With the RNC completed, it's time for the Democratic National Convention to take center stage. And take center stage it will. With appearances from John Kerry, Bill Clinton, Julian Castro and the president himself, the DNC is set to be quite the event. But the DNC will also make news in another way -- the quasi-police state set up around its perimeter. Since 9/11, many national events and conventions have placed restrictions on certain actions within the event area. The 2012 RNC, for example, banned sticks, strings and masks from the convention area, while the banned list for the 2008 RNC convention looks like a TSA do-not-bring list.
Ordinances adopted by the Charlotte City Council for this year's DNC prohibit even "a container or object of sufficient weight to be used as a projectile," which could include anything from an orange to a bottle of water. These vague terms have many civil liberties advocates like me extremely concerned. If there is the potential to arrest someone for having a container, there is nothing stopping local authorities from using a "stop and frisk" policy to search and arrest protesters who disagree with the message being presented.
As Russia Today noted: "people in Charlotte could face arrest for carrying water bottles, socks, markers, and other seemingly unthreatening items."
Secondly, there is a good possibility that "free speech zones," declared constitutional by an appeals court last month, will be utilized at the DNC this year. These free speech zones were used at the 2012 RNC and "caged" free speech zones were used at the Democratic National Convention of 2008. These zones undermine the very foundation of our Constitution, which was built on free speech. And since these zones have been used in conventions and events previously, it has heightened fears they will be used at this year's upcoming convention.
Thirdly, at least 55 TSA officers will be present at the convention and surrounding area as well as the Secret Service.
As WSOCTV reported: "The TSA said another 55 other officers will help the Secret Service with screening at Time Warner Cable Arena, the Convention Center and Bank of America stadium."
Both agencies are known for detaining suspicious persons without warning, and regularly trampling on Constitutional rights. Back in April, the Secret Service reportedly detained a correspondent from The Daily Tarheel for asking then-presidential-candidate Newt Gingrich the wrong question. Even more recently, the TSA detained and interrogated Congressman Ron Paul and his family while they were leaving from Clearwater, Fla., after the RNC.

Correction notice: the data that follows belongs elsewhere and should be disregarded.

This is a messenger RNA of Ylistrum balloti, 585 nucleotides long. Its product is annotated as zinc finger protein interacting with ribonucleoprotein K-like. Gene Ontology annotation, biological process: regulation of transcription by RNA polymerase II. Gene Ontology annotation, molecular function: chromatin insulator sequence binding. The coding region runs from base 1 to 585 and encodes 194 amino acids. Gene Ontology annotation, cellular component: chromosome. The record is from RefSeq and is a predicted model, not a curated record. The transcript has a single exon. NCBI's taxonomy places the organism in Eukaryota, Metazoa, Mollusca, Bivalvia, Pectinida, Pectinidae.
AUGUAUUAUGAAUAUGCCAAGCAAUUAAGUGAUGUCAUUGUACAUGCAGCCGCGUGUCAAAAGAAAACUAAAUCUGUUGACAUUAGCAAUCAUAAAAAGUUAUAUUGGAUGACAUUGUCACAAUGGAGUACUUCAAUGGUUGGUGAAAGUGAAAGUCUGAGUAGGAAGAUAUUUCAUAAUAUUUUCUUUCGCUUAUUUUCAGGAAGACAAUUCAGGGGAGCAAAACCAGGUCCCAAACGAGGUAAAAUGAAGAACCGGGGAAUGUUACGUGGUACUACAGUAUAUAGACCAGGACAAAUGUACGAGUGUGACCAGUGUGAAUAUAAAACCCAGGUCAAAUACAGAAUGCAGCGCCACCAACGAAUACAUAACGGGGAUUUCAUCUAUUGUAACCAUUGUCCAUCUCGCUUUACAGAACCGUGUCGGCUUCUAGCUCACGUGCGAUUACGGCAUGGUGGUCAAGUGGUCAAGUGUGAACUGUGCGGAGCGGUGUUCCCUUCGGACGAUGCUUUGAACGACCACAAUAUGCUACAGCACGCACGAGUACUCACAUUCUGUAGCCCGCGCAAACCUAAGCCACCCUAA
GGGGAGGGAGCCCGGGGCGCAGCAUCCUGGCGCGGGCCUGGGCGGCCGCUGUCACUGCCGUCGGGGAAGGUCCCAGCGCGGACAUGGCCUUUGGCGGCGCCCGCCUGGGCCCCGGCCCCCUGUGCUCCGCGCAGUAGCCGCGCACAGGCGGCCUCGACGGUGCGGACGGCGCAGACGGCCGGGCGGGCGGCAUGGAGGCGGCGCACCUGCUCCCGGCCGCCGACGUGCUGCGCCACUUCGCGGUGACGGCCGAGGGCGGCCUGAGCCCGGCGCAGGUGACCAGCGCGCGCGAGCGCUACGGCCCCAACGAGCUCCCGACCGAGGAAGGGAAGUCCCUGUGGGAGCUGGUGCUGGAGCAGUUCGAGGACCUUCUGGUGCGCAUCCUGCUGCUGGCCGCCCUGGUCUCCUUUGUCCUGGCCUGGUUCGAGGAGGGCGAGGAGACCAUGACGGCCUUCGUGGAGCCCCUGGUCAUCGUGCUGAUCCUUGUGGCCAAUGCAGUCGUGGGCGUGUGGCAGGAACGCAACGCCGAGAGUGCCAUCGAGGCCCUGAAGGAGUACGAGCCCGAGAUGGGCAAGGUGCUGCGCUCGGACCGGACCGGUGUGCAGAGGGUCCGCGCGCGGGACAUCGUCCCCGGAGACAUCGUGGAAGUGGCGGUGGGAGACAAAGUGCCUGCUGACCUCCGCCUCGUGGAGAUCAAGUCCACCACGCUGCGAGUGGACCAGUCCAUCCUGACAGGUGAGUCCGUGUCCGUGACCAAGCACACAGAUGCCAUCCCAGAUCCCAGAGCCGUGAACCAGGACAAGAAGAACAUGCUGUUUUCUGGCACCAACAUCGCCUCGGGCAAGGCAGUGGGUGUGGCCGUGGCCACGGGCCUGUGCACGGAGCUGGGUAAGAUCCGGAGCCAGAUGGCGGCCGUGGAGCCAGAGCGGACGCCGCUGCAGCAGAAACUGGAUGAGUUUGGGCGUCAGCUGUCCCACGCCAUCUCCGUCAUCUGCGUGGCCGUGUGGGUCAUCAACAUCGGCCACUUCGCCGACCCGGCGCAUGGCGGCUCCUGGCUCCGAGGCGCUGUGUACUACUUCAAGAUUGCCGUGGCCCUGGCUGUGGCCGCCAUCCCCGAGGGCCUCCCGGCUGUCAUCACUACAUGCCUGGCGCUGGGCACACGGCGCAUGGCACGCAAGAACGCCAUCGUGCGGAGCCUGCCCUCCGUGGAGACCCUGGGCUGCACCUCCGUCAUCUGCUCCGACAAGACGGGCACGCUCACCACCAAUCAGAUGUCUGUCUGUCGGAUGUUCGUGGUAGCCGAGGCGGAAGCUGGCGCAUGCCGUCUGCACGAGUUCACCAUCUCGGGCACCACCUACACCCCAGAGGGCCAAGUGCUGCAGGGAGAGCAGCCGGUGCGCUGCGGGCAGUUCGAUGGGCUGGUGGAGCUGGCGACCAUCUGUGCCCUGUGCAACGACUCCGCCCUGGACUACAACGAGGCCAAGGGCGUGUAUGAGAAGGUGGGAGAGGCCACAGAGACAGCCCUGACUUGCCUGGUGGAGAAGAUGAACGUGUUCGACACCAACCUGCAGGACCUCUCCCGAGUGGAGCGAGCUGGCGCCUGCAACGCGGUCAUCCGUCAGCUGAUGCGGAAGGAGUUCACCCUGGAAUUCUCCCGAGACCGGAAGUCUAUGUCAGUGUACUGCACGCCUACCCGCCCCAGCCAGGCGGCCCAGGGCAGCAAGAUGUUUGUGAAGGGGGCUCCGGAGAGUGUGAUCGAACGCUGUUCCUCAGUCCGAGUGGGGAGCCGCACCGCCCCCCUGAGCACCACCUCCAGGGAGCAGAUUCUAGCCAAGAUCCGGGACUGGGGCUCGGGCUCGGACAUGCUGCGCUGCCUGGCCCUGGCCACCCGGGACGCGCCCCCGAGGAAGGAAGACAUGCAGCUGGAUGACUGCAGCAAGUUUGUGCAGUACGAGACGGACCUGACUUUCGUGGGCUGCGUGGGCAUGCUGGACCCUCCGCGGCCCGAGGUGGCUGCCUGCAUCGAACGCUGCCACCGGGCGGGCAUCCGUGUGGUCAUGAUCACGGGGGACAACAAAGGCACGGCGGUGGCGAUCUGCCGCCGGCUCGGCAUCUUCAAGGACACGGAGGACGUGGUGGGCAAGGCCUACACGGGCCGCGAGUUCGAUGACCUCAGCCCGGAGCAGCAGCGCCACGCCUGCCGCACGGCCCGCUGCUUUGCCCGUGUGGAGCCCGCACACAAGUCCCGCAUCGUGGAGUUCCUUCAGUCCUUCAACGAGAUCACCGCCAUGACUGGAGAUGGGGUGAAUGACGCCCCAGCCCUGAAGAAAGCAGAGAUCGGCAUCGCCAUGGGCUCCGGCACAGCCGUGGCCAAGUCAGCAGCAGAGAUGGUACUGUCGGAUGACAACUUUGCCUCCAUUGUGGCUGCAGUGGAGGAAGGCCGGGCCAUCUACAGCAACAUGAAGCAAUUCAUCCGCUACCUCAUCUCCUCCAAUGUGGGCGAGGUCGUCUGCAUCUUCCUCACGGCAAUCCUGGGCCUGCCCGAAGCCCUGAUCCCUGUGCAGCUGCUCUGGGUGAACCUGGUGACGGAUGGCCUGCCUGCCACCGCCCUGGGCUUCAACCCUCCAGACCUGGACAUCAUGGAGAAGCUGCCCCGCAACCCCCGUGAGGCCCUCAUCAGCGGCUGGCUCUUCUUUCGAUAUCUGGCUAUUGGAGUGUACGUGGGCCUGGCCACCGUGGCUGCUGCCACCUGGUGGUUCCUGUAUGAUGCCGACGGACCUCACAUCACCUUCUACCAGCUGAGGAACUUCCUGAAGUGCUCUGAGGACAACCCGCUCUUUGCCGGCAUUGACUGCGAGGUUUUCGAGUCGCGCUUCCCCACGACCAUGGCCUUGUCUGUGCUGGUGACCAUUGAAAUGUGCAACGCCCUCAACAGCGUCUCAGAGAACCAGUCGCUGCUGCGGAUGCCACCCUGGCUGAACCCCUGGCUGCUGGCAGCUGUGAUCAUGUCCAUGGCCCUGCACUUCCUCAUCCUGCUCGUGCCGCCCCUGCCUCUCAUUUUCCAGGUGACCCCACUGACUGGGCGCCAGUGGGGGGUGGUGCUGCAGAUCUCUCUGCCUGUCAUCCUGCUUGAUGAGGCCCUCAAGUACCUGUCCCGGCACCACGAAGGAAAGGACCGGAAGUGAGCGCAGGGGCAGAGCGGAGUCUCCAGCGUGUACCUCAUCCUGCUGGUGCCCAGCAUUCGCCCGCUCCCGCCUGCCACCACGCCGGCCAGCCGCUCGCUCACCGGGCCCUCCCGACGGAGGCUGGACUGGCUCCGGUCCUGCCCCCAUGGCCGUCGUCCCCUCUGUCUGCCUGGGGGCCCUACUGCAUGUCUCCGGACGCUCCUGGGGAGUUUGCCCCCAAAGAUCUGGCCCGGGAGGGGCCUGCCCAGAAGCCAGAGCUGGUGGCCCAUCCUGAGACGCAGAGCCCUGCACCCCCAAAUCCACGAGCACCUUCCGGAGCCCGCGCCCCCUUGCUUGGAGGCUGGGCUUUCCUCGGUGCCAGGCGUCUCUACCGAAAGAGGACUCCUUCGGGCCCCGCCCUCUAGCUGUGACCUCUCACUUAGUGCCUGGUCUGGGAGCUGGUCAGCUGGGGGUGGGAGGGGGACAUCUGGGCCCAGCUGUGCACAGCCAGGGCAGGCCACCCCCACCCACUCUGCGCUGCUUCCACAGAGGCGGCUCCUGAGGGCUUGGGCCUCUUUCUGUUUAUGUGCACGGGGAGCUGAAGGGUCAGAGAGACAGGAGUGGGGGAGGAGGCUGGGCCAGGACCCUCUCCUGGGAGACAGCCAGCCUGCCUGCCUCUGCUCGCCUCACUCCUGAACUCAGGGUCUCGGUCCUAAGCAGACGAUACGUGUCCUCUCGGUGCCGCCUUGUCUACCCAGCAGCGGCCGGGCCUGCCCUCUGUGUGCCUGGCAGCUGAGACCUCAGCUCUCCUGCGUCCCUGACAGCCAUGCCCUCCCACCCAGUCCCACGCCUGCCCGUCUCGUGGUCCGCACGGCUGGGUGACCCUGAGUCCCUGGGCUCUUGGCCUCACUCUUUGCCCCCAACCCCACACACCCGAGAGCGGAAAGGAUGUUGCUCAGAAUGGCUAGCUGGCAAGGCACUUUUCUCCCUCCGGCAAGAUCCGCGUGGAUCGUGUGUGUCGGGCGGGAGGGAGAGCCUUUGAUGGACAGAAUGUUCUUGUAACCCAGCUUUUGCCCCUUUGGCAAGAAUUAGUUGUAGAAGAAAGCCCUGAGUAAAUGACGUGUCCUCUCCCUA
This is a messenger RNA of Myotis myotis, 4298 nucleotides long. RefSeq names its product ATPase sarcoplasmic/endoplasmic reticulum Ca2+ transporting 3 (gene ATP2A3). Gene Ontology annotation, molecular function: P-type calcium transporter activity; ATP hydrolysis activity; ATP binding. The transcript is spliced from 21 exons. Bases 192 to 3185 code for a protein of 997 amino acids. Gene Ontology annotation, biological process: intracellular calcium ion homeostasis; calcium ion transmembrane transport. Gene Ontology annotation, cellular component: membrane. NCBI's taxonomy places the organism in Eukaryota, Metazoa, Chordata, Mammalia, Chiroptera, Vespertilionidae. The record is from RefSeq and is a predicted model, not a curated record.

Finally, we are seeing the militarization of police across the country, and the impact it will have on those protesting the DNC will be easily felt. Take the 2011 Wheeler Block Party at Western Illinois University, for example. This Wheeler block party is an annual event, and a nearby street had been described by David Letterman as "One of the top party streets in America." During the party last year, WIU officials decided a change was needed and called in the "Illinois Law Enforcement Alarm System Mobile Field Force."
Within minutes, the streets went from quiet to chaos. Police dressed in riot gear and armed with tear gas and batons started marching down Wheeler Street, and the party started looking more like the riots in Greece than a college town.
This sounds like a story from a third-world nation, but it happened right here in America. It happened at the NATO Summit in Pittsburgh, Pa. And it could happen again at this year's DNC as the Department of Homeland Security ordered more riot gear for Charlotte Police.
Charlotte, N.C., has many things in store for convention attendees. But between item restrictions, free-speech zones, airport-style security and the militarization of convention police, Charlotte will have many other things in store for those willing to disagree. And the city seems almost poised to land itself in the news for abuses of police power.
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